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Pathways to Agricultural Skill Development in the Indian Himalayas

Trent Brown

Journal of South Asian Development, 2020, vol. 15, issue 2, 270-292

Abstract: Policymakers and practitioners in the field of skill development often carry individualist and narrowly instrumental understandings of the reasons people enrol in their programmes. This article argues that people in the Global South seek to develop skills for a range of reasons, many of which are strongly influenced by their social environment and factors outside of their control. It presents the findings of a study involving surveys and semi-structured interviews with 53 trainees enrolled in agricultural skill development programmes in the state of Himachal Pradesh in the Indian Himalayas. Trainees’ responses were analysed to determine common ‘pathways’ to agricultural skill development programmes. Seven major pathways were identified: supporting one’s family; adopting commercial approaches to agriculture; managing a transition to agriculture after working in other sectors; gaining new knowledge; contributing to society; working from home; and developing a fallback option while seeking other work. These pathways were highly inflected by gender, age and caste. It is suggested that agricultural skill development practitioners will benefit from working with these pathways rather than assuming trainees carry more economistic motivations, but also from being critically aware of how the social factors that impinge on trainees’ pathways are influenced by local power structures.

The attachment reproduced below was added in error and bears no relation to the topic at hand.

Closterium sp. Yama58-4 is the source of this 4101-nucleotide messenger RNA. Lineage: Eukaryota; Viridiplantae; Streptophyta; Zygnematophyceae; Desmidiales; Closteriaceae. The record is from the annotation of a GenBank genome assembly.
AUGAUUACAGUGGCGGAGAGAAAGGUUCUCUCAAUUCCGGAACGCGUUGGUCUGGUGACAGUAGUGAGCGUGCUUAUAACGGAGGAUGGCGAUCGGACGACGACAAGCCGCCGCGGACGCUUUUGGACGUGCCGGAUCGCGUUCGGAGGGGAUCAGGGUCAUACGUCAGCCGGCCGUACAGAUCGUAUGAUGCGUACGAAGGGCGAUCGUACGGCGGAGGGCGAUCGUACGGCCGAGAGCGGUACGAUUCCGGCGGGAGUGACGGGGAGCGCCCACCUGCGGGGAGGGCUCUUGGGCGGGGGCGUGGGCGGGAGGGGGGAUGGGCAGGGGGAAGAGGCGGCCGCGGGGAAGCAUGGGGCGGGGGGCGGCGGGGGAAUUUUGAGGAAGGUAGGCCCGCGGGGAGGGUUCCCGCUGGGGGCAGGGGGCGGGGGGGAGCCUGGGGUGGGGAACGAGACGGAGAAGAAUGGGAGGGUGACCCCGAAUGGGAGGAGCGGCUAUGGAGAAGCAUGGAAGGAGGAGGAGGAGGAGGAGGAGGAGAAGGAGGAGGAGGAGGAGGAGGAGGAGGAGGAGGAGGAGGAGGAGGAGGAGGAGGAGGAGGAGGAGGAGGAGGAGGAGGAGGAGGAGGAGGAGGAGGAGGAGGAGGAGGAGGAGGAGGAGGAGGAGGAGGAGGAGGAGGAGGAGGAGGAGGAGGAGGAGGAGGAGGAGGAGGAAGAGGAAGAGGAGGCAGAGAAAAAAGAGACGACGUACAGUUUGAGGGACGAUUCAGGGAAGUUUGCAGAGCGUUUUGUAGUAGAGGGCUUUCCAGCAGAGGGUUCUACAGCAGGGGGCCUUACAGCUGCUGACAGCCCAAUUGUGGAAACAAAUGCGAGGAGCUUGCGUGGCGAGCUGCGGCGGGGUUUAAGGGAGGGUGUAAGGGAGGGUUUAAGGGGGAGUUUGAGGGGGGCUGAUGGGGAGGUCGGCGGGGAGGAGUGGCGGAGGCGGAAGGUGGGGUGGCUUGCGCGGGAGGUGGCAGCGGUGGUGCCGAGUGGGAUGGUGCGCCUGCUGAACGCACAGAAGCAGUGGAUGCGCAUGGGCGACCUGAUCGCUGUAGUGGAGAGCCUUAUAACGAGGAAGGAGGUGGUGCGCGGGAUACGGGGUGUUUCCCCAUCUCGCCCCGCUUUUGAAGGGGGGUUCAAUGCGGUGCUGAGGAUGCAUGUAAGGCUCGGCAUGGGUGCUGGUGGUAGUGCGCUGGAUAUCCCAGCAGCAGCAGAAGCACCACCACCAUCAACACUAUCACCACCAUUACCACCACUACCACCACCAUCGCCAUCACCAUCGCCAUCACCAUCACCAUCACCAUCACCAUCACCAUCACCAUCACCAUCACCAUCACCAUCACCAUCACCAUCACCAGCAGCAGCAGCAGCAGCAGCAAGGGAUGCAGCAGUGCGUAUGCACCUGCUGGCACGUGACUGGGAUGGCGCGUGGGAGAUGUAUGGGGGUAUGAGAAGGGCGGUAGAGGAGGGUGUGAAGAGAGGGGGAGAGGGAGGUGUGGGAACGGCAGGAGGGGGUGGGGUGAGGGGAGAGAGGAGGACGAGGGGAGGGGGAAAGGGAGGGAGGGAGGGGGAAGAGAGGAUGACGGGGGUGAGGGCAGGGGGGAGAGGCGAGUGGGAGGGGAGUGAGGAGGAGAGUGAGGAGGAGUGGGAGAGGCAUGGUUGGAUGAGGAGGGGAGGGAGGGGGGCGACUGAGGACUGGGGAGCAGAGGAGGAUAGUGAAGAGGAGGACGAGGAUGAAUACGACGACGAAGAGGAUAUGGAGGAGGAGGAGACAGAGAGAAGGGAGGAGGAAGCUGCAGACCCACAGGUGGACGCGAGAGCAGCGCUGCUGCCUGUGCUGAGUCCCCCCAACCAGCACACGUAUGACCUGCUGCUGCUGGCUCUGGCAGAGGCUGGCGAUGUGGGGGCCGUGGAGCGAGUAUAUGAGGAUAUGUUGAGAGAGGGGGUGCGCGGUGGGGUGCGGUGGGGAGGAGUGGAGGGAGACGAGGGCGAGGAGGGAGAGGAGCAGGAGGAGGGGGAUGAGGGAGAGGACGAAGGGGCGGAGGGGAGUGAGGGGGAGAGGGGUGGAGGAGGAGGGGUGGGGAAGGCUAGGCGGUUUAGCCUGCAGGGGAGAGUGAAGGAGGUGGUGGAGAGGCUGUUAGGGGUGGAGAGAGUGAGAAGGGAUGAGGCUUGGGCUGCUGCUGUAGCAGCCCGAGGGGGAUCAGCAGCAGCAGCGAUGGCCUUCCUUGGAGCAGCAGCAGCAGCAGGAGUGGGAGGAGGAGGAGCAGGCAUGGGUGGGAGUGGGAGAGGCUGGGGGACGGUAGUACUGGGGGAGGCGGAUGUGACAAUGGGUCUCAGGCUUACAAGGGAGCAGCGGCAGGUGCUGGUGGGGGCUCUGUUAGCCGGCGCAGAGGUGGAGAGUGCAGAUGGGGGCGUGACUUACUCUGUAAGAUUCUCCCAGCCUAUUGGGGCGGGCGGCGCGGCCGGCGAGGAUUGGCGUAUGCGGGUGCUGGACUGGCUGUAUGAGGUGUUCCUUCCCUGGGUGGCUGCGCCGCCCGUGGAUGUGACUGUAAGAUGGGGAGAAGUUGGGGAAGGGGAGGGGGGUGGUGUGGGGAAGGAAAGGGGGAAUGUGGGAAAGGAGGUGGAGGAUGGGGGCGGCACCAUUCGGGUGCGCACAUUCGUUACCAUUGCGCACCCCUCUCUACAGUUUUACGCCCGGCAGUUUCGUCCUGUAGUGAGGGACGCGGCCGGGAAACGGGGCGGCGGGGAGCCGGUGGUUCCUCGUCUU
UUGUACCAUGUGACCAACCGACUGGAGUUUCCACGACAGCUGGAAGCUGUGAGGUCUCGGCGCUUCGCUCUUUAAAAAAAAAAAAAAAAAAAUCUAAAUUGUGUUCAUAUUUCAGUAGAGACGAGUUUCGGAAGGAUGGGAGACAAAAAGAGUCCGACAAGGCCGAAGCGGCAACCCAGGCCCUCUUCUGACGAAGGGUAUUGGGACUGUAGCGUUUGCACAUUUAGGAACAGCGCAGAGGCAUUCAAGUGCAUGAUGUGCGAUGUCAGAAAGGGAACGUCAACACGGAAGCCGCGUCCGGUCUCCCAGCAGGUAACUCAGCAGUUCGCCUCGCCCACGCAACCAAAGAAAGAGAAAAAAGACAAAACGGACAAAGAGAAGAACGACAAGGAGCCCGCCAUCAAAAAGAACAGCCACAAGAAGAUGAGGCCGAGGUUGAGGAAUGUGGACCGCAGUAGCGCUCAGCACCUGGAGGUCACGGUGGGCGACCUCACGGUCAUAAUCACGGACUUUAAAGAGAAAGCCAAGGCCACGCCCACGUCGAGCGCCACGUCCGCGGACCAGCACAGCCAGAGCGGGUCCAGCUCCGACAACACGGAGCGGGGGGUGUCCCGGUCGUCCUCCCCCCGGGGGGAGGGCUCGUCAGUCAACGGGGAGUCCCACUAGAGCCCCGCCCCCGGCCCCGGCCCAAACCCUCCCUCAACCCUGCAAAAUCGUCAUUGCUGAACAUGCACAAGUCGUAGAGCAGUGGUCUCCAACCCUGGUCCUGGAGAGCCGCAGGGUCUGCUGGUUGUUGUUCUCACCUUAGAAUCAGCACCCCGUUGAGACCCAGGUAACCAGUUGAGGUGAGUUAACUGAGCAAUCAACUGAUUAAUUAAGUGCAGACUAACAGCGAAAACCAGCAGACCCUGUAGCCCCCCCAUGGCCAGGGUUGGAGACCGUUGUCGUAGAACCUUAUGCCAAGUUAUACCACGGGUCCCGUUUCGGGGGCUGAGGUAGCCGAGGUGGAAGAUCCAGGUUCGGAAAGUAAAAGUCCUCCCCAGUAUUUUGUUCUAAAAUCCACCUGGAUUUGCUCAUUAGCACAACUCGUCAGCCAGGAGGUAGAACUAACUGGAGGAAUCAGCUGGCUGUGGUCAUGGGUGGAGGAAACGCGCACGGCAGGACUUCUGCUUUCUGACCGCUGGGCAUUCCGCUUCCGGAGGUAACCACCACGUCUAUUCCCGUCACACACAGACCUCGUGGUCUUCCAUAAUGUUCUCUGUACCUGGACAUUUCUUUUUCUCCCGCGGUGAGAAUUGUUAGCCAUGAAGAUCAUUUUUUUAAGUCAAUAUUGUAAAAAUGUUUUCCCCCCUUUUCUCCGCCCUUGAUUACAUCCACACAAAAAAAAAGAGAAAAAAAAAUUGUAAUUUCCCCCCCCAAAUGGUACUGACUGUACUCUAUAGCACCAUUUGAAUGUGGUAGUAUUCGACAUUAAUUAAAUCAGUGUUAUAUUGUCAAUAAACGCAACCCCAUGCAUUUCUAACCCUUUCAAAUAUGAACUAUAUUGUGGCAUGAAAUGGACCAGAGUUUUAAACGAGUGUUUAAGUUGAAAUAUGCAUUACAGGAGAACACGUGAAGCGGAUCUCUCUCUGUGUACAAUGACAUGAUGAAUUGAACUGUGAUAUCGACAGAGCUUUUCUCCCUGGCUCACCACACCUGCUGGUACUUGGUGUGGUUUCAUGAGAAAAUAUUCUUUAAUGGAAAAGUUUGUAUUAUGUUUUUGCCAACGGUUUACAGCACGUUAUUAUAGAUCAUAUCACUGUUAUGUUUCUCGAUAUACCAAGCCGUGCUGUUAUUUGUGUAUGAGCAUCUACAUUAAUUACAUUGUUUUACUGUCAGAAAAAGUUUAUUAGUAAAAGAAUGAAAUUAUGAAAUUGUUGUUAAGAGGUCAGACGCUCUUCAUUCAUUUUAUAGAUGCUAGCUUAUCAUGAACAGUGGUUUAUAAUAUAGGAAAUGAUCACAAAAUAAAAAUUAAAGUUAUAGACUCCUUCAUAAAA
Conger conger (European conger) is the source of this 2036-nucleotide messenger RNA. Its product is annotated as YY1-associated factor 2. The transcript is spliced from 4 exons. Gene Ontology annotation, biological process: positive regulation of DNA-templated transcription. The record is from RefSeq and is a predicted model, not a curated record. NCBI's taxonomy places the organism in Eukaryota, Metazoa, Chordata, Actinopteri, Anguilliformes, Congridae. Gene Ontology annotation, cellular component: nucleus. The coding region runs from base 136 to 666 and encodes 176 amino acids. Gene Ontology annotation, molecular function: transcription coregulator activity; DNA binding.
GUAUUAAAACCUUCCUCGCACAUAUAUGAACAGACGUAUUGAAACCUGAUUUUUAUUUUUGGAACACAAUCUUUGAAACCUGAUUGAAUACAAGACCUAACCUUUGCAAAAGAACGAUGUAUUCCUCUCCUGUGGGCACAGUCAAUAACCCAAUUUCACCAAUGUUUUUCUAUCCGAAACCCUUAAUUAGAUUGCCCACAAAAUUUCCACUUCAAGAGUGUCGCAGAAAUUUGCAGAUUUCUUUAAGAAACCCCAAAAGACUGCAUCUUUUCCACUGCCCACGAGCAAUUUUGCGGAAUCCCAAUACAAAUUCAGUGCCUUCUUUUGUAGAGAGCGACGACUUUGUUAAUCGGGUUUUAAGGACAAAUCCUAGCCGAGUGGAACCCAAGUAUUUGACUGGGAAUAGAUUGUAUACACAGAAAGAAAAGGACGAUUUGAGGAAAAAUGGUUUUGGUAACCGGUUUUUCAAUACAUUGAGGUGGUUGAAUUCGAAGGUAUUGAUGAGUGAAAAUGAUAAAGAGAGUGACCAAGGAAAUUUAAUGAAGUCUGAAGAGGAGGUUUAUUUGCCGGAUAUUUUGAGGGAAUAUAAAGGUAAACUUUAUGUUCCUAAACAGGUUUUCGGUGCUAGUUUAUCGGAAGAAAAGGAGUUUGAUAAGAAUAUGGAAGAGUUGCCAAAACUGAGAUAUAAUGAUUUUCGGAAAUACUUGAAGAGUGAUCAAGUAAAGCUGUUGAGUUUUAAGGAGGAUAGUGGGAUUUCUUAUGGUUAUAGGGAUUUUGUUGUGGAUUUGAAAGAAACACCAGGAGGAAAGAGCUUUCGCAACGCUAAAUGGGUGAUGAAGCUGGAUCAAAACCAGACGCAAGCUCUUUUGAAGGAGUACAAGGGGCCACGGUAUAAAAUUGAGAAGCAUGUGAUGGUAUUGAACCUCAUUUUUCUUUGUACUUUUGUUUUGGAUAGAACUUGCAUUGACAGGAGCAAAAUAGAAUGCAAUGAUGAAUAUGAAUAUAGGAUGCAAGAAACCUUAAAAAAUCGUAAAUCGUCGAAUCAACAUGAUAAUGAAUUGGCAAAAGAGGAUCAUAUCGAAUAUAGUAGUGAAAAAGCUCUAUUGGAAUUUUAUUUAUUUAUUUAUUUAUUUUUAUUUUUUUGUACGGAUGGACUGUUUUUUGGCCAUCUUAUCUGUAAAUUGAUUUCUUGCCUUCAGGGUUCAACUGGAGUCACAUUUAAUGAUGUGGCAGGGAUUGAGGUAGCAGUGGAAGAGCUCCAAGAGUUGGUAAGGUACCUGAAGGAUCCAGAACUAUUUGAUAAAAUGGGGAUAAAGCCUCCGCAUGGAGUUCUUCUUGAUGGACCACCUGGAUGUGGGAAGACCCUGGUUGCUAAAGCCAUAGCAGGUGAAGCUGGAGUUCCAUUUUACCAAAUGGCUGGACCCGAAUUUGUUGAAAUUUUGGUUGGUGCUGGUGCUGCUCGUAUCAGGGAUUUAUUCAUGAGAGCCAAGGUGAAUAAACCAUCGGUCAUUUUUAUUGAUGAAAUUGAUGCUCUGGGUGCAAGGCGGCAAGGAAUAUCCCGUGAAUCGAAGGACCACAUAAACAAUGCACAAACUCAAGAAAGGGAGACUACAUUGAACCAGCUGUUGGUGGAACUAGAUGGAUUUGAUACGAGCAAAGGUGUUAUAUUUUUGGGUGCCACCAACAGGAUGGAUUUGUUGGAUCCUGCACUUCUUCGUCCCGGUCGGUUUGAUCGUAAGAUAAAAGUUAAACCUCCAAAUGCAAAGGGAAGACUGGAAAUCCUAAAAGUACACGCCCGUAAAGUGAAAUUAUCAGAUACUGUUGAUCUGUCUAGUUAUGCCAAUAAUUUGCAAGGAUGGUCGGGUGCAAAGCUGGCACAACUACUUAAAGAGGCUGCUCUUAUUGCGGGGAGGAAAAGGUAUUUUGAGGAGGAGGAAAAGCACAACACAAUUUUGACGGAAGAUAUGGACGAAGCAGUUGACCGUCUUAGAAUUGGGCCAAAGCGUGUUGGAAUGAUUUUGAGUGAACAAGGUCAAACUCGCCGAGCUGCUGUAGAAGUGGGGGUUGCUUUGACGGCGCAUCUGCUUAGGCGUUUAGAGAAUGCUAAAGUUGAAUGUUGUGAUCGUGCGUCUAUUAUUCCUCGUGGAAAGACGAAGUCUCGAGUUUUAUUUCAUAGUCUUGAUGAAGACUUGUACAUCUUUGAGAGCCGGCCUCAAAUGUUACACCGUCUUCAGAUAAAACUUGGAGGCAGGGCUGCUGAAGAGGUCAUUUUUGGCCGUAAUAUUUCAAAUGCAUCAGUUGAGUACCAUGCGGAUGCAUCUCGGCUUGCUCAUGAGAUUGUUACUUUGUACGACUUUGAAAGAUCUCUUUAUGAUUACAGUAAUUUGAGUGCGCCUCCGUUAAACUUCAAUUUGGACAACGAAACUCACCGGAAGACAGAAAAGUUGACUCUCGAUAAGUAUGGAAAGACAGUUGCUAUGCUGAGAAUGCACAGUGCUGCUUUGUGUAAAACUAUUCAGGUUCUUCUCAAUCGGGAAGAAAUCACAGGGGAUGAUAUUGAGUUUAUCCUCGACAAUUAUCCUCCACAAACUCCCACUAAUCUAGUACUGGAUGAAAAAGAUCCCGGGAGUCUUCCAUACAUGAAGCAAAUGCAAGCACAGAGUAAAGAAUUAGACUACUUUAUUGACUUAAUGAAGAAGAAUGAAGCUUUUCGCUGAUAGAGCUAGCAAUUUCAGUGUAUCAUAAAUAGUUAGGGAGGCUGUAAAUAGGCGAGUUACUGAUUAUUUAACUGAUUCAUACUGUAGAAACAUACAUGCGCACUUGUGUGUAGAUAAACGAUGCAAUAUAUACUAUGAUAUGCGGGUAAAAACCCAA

Keywords: Skill development; agricultural skills; gender; youth; aspirations; India (search for similar items in EconPapers)
Date: 2020
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DOI: 10.1177/0973174120943081

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